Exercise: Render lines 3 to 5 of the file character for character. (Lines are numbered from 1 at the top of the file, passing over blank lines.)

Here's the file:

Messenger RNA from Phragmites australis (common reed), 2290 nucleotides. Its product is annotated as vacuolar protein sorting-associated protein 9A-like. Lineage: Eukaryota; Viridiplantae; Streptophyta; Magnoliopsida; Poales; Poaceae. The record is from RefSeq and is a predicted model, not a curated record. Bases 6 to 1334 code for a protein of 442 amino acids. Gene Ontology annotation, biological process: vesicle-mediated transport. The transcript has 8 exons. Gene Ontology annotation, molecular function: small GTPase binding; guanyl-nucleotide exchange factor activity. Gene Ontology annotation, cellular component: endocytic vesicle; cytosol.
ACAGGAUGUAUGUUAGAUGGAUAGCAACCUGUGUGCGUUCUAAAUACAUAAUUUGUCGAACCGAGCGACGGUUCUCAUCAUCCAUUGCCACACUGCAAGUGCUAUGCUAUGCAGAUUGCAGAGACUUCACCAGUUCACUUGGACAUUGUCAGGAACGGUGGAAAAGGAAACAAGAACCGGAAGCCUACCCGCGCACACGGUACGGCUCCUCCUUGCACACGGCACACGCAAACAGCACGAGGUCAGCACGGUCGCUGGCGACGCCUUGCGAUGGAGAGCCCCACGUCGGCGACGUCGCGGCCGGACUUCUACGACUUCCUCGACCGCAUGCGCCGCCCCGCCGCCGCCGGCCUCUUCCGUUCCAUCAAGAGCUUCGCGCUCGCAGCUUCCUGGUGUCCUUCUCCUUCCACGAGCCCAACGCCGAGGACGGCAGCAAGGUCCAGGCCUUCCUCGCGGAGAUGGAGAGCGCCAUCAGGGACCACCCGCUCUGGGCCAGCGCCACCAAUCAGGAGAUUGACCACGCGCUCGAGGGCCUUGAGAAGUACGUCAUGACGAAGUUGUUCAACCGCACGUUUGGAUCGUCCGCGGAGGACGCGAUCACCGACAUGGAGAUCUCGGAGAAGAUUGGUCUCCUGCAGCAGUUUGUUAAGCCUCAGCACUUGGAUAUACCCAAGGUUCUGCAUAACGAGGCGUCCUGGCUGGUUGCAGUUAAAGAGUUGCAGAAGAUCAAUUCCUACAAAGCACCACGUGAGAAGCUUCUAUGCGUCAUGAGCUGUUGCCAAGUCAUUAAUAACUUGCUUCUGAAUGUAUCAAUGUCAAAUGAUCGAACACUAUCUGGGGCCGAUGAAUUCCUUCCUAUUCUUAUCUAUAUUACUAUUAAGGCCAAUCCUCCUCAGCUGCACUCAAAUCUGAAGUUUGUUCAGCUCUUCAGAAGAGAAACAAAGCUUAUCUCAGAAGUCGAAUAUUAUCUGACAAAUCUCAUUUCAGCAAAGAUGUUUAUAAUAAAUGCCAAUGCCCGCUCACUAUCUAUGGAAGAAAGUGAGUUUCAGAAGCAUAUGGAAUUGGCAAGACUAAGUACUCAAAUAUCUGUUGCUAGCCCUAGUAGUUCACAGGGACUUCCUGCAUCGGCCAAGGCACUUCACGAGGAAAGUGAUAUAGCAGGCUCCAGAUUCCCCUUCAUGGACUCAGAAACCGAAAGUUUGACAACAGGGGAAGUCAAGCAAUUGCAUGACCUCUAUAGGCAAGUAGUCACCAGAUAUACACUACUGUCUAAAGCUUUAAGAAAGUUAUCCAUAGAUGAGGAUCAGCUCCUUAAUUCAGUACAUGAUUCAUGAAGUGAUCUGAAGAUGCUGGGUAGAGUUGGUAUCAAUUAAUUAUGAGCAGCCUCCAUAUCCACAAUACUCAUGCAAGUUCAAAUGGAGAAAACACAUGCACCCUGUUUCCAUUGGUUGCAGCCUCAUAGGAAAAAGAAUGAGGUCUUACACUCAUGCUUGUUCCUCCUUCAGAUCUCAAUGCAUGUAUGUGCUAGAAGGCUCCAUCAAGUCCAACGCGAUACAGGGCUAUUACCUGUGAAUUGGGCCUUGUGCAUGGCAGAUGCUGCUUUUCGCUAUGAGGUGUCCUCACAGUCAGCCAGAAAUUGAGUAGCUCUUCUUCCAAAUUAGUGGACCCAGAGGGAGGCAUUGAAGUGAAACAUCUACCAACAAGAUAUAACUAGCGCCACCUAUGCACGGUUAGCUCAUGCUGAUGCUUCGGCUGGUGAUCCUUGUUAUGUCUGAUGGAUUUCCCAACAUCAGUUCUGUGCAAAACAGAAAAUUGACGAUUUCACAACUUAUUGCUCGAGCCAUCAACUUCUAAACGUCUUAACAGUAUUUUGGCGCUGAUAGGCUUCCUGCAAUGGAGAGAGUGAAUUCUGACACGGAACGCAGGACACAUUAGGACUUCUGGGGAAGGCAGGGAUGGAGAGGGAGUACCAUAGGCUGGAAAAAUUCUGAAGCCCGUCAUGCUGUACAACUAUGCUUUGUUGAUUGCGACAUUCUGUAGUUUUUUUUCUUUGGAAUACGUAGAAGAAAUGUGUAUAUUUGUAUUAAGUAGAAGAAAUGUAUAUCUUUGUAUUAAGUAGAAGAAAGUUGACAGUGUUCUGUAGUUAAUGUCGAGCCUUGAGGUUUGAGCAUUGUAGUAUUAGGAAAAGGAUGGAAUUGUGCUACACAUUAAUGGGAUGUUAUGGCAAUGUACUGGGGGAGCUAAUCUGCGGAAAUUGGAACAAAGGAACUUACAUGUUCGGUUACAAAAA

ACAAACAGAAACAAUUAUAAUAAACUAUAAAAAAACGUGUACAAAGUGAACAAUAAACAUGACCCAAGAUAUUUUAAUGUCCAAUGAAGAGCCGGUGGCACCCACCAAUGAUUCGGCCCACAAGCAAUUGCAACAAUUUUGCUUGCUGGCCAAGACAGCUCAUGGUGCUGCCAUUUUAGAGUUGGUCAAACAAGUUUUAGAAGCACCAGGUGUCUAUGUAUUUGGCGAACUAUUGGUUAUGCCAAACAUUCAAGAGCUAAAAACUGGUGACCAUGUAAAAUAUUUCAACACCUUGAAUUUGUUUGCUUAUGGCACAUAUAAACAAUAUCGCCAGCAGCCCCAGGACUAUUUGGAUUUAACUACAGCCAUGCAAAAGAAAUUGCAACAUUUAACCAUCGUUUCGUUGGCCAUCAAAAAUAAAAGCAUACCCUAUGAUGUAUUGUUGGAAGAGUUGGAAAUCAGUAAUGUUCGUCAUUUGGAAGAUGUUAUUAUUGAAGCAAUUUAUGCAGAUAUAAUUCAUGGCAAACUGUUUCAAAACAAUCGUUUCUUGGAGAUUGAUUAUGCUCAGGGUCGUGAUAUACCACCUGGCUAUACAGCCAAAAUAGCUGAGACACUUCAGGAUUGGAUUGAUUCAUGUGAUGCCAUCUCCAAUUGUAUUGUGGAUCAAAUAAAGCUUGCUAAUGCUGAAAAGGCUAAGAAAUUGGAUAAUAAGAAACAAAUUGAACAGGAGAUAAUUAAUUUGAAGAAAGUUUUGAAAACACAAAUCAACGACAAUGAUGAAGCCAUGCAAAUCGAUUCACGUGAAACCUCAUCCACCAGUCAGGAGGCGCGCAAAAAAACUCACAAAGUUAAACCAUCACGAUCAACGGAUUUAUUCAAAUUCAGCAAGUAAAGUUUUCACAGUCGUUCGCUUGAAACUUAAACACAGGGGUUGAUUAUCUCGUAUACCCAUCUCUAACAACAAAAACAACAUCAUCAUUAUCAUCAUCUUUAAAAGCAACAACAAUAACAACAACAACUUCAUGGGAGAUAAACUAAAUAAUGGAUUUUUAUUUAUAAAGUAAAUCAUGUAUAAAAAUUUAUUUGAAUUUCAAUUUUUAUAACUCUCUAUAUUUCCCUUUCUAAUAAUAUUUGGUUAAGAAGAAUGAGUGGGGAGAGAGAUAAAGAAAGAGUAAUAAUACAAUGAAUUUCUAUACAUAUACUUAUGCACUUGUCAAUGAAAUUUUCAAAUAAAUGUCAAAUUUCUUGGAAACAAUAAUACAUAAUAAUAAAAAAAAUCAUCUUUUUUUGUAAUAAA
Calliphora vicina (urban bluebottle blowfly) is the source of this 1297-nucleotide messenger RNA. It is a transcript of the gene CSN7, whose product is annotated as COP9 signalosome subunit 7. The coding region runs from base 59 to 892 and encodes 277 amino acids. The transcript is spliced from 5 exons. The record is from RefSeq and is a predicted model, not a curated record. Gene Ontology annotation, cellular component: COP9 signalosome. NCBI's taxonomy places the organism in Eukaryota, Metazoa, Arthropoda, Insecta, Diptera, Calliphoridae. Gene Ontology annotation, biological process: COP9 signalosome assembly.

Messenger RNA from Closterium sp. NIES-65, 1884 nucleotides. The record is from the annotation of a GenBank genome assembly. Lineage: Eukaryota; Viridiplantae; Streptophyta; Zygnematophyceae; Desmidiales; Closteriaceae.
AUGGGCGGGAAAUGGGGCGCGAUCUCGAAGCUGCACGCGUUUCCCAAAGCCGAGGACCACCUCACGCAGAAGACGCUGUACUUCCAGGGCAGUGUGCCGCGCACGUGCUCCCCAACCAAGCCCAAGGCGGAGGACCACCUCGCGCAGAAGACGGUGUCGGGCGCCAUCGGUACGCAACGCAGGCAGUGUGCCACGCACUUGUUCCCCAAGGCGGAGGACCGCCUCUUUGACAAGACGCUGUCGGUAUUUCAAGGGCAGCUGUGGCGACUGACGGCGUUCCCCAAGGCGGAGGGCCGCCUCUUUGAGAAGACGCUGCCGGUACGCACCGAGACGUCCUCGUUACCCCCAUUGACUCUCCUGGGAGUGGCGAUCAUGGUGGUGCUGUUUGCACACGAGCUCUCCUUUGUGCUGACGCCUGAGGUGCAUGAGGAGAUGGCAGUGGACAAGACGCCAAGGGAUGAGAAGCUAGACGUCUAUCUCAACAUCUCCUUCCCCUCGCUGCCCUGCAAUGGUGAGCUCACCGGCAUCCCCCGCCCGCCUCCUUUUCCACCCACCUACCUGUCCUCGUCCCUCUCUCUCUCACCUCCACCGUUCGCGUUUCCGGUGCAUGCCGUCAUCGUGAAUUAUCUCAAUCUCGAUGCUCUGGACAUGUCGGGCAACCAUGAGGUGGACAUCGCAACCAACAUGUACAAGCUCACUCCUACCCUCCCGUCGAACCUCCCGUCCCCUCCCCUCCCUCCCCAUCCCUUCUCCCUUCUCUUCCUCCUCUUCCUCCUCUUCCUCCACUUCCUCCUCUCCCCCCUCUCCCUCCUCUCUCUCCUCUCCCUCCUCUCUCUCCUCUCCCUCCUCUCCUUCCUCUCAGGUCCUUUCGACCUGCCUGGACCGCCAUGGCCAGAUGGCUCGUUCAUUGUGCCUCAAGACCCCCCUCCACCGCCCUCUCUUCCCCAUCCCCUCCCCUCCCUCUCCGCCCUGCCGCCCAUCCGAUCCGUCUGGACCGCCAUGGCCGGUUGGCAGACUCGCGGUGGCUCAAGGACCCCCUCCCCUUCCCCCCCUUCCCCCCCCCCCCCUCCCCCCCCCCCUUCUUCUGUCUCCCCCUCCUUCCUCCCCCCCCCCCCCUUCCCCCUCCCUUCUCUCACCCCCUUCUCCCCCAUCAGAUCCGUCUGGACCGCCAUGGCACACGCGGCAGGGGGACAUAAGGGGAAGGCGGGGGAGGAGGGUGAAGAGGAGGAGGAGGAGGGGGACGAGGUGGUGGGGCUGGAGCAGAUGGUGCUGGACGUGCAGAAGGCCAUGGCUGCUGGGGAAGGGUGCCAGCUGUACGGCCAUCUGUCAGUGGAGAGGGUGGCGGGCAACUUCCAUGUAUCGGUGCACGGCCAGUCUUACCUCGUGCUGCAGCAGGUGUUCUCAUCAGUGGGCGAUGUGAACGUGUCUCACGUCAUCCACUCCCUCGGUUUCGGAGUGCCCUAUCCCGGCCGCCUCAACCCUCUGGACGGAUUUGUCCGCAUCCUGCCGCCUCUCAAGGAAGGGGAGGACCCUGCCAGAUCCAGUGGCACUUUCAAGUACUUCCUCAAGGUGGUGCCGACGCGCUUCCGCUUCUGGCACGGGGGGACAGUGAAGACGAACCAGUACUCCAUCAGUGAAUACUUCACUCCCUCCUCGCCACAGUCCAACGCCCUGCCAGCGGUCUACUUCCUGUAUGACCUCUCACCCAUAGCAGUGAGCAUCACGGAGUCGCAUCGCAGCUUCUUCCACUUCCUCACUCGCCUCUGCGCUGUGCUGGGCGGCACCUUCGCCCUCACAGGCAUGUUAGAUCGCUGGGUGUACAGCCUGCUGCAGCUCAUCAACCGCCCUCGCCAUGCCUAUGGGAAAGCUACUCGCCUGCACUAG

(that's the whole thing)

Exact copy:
ACAAACAGAAACAAUUAUAAUAAACUAUAAAAAAACGUGUACAAAGUGAACAAUAAACAUGACCCAAGAUAUUUUAAUGUCCAAUGAAGAGCCGGUGGCACCCACCAAUGAUUCGGCCCACAAGCAAUUGCAACAAUUUUGCUUGCUGGCCAAGACAGCUCAUGGUGCUGCCAUUUUAGAGUUGGUCAAACAAGUUUUAGAAGCACCAGGUGUCUAUGUAUUUGGCGAACUAUUGGUUAUGCCAAACAUUCAAGAGCUAAAAACUGGUGACCAUGUAAAAUAUUUCAACACCUUGAAUUUGUUUGCUUAUGGCACAUAUAAACAAUAUCGCCAGCAGCCCCAGGACUAUUUGGAUUUAACUACAGCCAUGCAAAAGAAAUUGCAACAUUUAACCAUCGUUUCGUUGGCCAUCAAAAAUAAAAGCAUACCCUAUGAUGUAUUGUUGGAAGAGUUGGAAAUCAGUAAUGUUCGUCAUUUGGAAGAUGUUAUUAUUGAAGCAAUUUAUGCAGAUAUAAUUCAUGGCAAACUGUUUCAAAACAAUCGUUUCUUGGAGAUUGAUUAUGCUCAGGGUCGUGAUAUACCACCUGGCUAUACAGCCAAAAUAGCUGAGACACUUCAGGAUUGGAUUGAUUCAUGUGAUGCCAUCUCCAAUUGUAUUGUGGAUCAAAUAAAGCUUGCUAAUGCUGAAAAGGCUAAGAAAUUGGAUAAUAAGAAACAAAUUGAACAGGAGAUAAUUAAUUUGAAGAAAGUUUUGAAAACACAAAUCAACGACAAUGAUGAAGCCAUGCAAAUCGAUUCACGUGAAACCUCAUCCACCAGUCAGGAGGCGCGCAAAAAAACUCACAAAGUUAAACCAUCACGAUCAACGGAUUUAUUCAAAUUCAGCAAGUAAAGUUUUCACAGUCGUUCGCUUGAAACUUAAACACAGGGGUUGAUUAUCUCGUAUACCCAUCUCUAACAACAAAAACAACAUCAUCAUUAUCAUCAUCUUUAAAAGCAACAACAAUAACAACAACAACUUCAUGGGAGAUAAACUAAAUAAUGGAUUUUUAUUUAUAAAGUAAAUCAUGUAUAAAAAUUUAUUUGAAUUUCAAUUUUUAUAACUCUCUAUAUUUCCCUUUCUAAUAAUAUUUGGUUAAGAAGAAUGAGUGGGGAGAGAGAUAAAGAAAGAGUAAUAAUACAAUGAAUUUCUAUACAUAUACUUAUGCACUUGUCAAUGAAAUUUUCAAAUAAAUGUCAAAUUUCUUGGAAACAAUAAUACAUAAUAAUAAAAAAAAUCAUCUUUUUUUGUAAUAAA
Calliphora vicina (urban bluebottle blowfly) is the source of this 1297-nucleotide messenger RNA. It is a transcript of the gene CSN7, whose product is annotated as COP9 signalosome subunit 7. The coding region runs from base 59 to 892 and encodes 277 amino acids. The transcript is spliced from 5 exons. The record is from RefSeq and is a predicted model, not a curated record. Gene Ontology annotation, cellular component: COP9 signalosome. NCBI's taxonomy places the organism in Eukaryota, Metazoa, Arthropoda, Insecta, Diptera, Calliphoridae. Gene Ontology annotation, biological process: COP9 signalosome assembly.

Messenger RNA from Closterium sp. NIES-65, 1884 nucleotides. The record is from the annotation of a GenBank genome assembly. Lineage: Eukaryota; Viridiplantae; Streptophyta; Zygnematophyceae; Desmidiales; Closteriaceae.